The major downside to most corporations is the what is commonly referred to as “double-taxation.” When a corporation earns net income, that income is taxed at the corporate level. The rate is currently 21%. However, as mentioned above, the owners of the company do not have access to the corporation’s earnings until the corporation pays the shareholders in a form of a dividend. This dividend is taxable to the shareholder at the shareholder’s personal tax rate. Thus, since the corporation’s income is taxed at the corporation level and the dividend is taxed at the shareholder level, the income is double-taxed. This is not always bad, and can be used to a shareholder’s advantage in certain situations. However, most of the time, double-taxation is best avoided.

Some types of corporations avoid taxation at the corporate level. These are corporations that are allowed to make an election under subchapter S of the Internal Revenue Code. There are many restrictions on so-called “S” corporations, including limitations on the number of shareholders, the types of shareholders, etc.


Limited liability companies (“LLCs”) are a relatively new form of legal entity. They offer liability protection for the owners (“members”), and they can be taxed as a pure “pass-through” entity in which the business itself pays no taxes—only the individual members do. Because of this, LLCs have become extremely popular in the past couple decades.

The liability protection for LLCs is generally regarded as being equal to that of corporations. However, to benefit from the liability protection of an LLC, the business must be structured correctly. The business should have its own bank account. There should be a process for transferring money in and out of the account. Employees should be paid using a payroll system and payroll taxes must be paid accordingly. So long as procedures are installed and followed, the members of the LLC should be completely safe from any liability incurred by the business itself.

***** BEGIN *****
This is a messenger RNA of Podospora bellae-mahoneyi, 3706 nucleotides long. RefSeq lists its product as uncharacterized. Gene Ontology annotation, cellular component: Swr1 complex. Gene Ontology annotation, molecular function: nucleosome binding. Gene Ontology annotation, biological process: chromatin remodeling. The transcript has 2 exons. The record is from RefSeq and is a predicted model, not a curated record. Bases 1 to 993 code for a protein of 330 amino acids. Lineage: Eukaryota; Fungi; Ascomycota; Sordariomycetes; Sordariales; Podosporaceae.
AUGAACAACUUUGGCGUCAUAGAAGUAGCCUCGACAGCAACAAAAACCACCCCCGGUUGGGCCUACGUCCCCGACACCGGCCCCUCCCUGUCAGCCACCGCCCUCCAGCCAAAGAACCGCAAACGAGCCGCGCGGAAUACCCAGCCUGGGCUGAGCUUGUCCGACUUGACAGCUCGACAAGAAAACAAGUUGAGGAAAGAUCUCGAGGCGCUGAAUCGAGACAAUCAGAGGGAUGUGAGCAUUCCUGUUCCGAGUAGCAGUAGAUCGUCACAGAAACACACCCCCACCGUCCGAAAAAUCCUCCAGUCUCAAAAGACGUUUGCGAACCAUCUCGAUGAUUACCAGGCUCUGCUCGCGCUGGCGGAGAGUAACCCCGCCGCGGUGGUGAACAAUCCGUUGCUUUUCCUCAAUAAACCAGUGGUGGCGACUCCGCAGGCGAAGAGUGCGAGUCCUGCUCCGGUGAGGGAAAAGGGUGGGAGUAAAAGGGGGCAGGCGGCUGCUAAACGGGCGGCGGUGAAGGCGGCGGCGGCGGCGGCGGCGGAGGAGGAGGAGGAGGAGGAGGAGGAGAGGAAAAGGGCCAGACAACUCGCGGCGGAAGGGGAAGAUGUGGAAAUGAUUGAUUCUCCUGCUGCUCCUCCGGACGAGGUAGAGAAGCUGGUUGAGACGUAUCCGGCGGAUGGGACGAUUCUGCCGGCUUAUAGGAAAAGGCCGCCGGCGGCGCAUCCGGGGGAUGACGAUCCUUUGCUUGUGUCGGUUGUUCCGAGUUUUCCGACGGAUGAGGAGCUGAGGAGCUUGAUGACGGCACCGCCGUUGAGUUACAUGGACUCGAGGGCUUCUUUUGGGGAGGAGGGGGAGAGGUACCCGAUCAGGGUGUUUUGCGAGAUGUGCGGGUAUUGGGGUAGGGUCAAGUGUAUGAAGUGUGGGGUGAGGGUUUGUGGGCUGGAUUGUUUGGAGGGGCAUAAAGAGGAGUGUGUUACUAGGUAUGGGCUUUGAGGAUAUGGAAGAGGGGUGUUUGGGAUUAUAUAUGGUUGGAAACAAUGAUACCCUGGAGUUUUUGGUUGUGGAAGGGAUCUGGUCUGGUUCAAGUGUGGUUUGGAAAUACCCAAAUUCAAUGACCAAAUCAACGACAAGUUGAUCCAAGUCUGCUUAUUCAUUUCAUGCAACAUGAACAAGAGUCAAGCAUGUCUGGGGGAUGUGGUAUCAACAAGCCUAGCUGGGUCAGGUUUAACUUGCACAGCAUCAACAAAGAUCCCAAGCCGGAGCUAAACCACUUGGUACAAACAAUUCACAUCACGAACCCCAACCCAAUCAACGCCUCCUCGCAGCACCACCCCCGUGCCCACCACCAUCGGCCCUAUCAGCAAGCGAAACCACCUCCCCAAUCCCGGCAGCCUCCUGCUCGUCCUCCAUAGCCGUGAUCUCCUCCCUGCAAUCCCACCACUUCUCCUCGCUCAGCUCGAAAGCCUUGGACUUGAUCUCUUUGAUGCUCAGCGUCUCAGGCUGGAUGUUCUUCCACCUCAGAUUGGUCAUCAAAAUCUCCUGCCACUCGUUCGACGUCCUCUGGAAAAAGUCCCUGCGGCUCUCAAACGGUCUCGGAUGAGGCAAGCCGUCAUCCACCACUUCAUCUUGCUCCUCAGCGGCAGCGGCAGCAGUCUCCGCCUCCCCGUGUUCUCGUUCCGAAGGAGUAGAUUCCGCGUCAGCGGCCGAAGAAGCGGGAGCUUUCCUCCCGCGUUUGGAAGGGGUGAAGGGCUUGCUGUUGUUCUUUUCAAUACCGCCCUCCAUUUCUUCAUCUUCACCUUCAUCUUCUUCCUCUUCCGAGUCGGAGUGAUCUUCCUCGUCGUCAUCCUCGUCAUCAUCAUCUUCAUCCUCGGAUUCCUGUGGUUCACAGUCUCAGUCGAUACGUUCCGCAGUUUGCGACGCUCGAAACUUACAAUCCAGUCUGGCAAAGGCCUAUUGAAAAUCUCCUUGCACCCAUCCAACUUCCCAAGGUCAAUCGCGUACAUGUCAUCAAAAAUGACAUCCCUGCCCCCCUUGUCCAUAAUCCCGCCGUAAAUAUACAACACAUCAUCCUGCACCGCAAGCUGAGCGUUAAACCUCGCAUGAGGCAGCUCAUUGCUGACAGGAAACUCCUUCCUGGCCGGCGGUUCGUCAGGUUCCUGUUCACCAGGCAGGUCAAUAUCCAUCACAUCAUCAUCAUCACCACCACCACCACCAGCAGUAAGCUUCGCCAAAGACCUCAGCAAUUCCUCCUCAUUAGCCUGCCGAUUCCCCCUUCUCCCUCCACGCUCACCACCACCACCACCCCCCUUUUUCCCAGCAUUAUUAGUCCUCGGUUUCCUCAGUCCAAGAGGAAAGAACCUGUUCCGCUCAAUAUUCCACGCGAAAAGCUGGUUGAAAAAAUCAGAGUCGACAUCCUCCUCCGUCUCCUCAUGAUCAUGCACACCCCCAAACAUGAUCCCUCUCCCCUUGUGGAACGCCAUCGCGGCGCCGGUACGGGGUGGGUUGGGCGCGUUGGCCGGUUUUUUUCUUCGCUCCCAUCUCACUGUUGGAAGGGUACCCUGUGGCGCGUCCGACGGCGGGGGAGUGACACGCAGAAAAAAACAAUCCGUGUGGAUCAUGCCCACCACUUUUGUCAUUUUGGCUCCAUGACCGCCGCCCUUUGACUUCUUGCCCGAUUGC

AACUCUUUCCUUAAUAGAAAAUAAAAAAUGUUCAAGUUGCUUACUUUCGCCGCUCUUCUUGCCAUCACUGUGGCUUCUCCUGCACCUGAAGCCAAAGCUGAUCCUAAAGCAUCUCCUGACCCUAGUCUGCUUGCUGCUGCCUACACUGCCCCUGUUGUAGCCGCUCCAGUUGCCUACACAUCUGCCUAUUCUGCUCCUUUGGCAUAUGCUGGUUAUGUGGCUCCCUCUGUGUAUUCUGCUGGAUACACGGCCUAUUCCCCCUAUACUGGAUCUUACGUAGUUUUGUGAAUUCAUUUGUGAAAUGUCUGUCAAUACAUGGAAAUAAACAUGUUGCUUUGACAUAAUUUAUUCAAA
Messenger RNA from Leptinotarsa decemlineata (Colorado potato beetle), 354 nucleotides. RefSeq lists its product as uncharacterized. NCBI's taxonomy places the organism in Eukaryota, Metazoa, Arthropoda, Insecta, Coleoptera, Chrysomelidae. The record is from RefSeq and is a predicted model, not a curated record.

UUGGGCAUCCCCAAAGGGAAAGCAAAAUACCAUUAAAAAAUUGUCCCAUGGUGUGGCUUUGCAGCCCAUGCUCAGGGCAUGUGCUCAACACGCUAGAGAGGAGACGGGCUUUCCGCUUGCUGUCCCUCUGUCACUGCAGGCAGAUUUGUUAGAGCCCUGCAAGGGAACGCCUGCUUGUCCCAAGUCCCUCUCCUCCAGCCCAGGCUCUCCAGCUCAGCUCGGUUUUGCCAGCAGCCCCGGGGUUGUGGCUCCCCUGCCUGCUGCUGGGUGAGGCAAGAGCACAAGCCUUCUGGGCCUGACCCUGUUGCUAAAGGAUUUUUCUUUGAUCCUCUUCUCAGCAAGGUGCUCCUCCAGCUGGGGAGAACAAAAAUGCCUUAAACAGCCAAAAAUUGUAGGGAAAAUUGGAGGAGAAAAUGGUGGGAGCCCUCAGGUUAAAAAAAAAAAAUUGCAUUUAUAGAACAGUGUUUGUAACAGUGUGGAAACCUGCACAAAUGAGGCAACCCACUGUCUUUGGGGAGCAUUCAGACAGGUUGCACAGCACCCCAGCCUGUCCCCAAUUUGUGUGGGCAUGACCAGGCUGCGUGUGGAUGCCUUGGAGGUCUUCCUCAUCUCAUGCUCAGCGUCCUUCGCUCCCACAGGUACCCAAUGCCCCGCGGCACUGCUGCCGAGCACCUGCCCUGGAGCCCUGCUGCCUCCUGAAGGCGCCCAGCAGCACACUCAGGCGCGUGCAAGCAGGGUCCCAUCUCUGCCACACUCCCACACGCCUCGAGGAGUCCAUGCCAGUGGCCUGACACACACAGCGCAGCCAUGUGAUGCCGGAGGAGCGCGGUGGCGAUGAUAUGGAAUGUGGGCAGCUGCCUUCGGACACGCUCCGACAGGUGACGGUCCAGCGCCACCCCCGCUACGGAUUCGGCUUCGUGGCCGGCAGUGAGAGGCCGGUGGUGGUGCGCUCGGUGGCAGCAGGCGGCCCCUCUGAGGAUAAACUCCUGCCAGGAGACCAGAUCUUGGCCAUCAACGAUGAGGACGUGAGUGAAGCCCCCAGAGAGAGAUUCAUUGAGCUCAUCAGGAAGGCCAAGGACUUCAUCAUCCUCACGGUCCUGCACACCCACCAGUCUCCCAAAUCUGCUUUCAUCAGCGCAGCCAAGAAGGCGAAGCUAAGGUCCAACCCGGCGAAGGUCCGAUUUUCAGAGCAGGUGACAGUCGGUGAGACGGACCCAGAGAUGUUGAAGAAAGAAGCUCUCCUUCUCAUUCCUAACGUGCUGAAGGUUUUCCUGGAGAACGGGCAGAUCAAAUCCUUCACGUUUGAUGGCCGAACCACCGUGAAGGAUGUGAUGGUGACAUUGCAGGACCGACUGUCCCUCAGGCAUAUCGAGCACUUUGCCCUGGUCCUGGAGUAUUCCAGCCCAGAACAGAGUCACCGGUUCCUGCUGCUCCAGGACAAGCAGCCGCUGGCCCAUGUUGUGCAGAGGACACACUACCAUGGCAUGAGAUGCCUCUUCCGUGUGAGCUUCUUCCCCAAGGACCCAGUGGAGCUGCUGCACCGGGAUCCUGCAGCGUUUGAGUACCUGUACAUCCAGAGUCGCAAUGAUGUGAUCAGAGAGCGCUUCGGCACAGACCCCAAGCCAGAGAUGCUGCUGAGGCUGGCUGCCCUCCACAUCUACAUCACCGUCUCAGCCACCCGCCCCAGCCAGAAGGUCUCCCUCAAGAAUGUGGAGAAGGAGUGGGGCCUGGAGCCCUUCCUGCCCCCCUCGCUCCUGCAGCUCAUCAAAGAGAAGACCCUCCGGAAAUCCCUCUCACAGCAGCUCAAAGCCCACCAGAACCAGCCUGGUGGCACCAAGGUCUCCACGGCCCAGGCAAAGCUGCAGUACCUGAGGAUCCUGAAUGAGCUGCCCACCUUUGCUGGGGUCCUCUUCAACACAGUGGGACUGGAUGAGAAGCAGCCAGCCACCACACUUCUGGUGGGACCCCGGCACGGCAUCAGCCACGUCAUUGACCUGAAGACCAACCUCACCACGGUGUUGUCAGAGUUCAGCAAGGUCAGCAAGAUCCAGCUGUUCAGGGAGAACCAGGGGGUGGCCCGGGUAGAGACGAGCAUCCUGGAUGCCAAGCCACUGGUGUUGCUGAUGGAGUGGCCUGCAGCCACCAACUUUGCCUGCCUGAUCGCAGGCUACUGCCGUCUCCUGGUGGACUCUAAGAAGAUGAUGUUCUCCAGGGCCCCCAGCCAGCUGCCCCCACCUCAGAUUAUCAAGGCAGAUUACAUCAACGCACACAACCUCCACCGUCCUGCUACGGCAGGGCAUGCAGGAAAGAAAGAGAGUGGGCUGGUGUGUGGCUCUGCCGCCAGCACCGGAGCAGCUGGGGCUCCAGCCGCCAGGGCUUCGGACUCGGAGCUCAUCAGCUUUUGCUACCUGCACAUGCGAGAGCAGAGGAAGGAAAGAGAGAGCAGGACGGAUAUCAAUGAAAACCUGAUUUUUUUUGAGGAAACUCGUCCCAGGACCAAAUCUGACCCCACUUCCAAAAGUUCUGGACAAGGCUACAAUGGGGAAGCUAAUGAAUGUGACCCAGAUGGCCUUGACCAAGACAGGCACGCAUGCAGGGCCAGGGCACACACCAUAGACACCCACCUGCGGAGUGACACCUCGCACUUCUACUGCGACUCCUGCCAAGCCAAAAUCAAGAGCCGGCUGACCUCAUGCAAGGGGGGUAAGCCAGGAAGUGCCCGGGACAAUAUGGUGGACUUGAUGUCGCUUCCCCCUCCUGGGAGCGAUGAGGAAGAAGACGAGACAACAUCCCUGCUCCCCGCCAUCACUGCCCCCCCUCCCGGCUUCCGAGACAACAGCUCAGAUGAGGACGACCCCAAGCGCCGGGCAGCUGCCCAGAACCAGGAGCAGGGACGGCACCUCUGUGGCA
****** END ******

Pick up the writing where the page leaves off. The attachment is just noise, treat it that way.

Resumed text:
The biggest benefit of an LLC is the ability for it to be taxed as a partnership under Subchapter K of the Internal Revenue Code. This allows for the LLC to be a pure pass-through entity in which the LLC itself will not incur income tax. Additionally, setting itself apart from S corporations that are mentioned above, there is much more flexibility in the types of members, the number of members, and different tax strategies that may be used in an LLC compared to the S corporation.


In summation, there are many factors to consider in choosing a business entity type. For that reason, it is better to seek the advice of legal counsel in making such an important determination. If you or someone you know is considering starting a business, feel free to contact our team at Russell Law Offices, S.C. to set up a consultation and help decide what entity is best for you.



Laine Carver

Senior Associate Attorney

Darlington, Dodgeville, Cuba City

About Laine Carver grew up in Benton, Wisconsin, where he graduated from high school in 2014. From there, Laine graduated summa cum laude from University of Wisconsin-Platteville, earning a degree in Accounting and Business Administration-Finance. After interning with a public accounting firm, Laine attended the University of Wisconsin Law School, where he earned his Juris […]